Texas: A State of Confusion
The most recent poll from the Texas Politics Project at the University of Texas at Austin reveals a state electorate that doesn't know it's own mind--until the subject turns to economic issues.
The first big news from the poll was that Texans by a margin of more than 3 to 1 support red flag laws and background checks. A majority even support a ban on assault rifles. It would seem, then, that Sen. John Cornyn, who was key to passing the modest gun control legislation in Congress, might benefit from such numbers.
But no. “Cornyn’s job approval numbers cratered,” Jim Henson, director of the Texas Politics Project, told the Houston Chronicle. “I don’t ever recall ever seeing a drop as severe in such a short amount of time as we saw Cornyn drop between April and June.”
The senator's approval rating is only 24 percent--11 points lower than President Biden's. In previous polling, Cornyn, whose profile in the state is lower than that of his scene-stealing Republican colleagues, had an approval rating of 32 percent.
To his credit, he is standing by his work on gun control. “This was fundamentally important to the country at a time when things are so polarized,” Cornyn said. “I thought it was really important to demonstrate that the Senate could work.”
Meanwhile, other Republican statewide officeholders whose actions have brought national ridicule to the state, have fared much better. But here again the evidence is puzzling: Not one of these officeholders reaches 50 percent in the poll.
Governor Greg Abbott, whose relentless focus on border issues still resonates with voters in the state, has a favorable rating of 43 percent, 6 points higher than that of his opponent, Beto O'Rourke. But...Abbott's disapproval rating among Independents has now risen to 55 percent.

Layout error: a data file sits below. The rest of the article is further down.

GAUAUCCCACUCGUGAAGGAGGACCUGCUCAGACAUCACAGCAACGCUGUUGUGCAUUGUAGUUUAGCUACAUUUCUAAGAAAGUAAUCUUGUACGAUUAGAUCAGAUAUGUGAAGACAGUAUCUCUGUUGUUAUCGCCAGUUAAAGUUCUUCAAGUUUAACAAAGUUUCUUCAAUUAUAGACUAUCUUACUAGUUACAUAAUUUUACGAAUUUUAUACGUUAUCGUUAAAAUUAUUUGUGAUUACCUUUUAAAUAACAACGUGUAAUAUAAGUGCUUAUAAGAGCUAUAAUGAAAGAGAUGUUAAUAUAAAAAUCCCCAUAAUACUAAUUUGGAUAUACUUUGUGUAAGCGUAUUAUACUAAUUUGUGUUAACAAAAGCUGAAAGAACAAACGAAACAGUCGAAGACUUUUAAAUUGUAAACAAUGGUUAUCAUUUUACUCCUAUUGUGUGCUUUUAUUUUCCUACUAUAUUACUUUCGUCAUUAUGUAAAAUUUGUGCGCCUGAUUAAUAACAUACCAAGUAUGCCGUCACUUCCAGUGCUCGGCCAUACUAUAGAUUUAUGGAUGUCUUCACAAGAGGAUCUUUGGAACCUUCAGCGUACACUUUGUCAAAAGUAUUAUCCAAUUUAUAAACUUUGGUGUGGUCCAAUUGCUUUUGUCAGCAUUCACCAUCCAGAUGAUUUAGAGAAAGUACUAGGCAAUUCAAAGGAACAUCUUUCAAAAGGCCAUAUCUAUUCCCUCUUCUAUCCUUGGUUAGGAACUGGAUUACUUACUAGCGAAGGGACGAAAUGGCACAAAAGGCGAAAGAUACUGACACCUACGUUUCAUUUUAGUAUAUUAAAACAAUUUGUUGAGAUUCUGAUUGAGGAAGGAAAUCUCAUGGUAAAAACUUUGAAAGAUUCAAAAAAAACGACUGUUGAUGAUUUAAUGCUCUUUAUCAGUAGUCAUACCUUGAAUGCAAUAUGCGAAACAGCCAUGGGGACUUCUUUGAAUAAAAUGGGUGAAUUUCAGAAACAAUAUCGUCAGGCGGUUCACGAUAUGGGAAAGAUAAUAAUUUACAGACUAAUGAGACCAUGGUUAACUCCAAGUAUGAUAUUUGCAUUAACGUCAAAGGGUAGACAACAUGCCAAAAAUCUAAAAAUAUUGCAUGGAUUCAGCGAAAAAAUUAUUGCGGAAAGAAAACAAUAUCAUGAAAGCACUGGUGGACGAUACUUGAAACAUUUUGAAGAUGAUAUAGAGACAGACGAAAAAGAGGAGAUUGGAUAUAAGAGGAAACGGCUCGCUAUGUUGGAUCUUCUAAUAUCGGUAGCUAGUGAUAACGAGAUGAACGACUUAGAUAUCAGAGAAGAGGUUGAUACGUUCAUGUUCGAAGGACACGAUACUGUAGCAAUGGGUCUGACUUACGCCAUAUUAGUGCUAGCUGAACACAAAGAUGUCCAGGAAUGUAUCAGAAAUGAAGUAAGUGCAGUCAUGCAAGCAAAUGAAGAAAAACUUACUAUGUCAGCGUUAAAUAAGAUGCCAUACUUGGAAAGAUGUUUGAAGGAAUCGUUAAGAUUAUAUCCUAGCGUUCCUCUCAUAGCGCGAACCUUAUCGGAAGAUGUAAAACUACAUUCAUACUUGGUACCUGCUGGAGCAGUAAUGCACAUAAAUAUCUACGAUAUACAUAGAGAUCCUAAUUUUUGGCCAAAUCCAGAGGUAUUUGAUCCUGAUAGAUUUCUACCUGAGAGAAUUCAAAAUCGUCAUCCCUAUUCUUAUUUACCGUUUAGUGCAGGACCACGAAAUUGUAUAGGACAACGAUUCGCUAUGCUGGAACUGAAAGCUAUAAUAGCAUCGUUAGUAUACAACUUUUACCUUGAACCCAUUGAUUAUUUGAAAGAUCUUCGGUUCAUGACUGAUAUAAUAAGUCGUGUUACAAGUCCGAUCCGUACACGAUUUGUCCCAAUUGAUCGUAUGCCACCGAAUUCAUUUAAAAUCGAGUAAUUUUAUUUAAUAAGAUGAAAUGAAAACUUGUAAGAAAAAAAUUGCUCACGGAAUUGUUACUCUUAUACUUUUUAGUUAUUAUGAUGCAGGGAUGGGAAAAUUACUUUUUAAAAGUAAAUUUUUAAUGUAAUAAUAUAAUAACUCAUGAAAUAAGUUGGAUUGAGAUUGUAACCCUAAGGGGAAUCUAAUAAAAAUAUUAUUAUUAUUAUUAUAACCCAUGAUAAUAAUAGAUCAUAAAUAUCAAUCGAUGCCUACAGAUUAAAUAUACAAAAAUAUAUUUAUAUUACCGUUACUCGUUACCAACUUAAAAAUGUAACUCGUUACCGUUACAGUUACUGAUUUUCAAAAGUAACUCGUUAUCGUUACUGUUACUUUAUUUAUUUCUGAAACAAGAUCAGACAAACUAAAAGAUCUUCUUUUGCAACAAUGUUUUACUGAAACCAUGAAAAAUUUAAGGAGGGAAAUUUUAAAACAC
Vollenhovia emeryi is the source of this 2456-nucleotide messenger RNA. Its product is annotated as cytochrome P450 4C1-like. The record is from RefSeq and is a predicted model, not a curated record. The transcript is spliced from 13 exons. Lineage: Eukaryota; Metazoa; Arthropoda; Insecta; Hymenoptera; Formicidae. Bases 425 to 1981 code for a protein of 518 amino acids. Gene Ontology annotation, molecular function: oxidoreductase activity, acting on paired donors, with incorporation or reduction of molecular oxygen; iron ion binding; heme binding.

As controversial as Abbott has been, the approval ratings for his colleagues are worse: Lt. Governor Dan Patrick, a far right lightning rod, sits at 35 percent; Ted Cruz is at 41 percent; Ken Paxton, the legally challenged Attorney General, is at 34 percent, still 10 points higher than Cornyn, the man who has actually tried to do something for the state and nation.
The fact is that Texans, like most Americans, are fed up with the misery and complexity of politics in the country today. And, like their fellow Americans, they are afraid. Chaos abounds and prices are higher than they've been in decades.
The poll shows 59 percent of Texans believe the state is heading in the wrong direction, the highest percentage ever recorded in the poll.
“That is driven almost predominately by economic readings, because all of the economic indicators are as negative as we’ve seen them,” Henson told the Chronicle. “I do think there is a general dissatisfaction (about guns and abortion) that is feeding into it all.”
Although the poll was taken before the Dobbs ruling that overturned Roe, the surest thing amid the flotsam of uncertainty is that the economy is scaring people the most right now. For now, and probably in November, the sinking, scrambling, and often incompetent Republican leadership in the state will survive.
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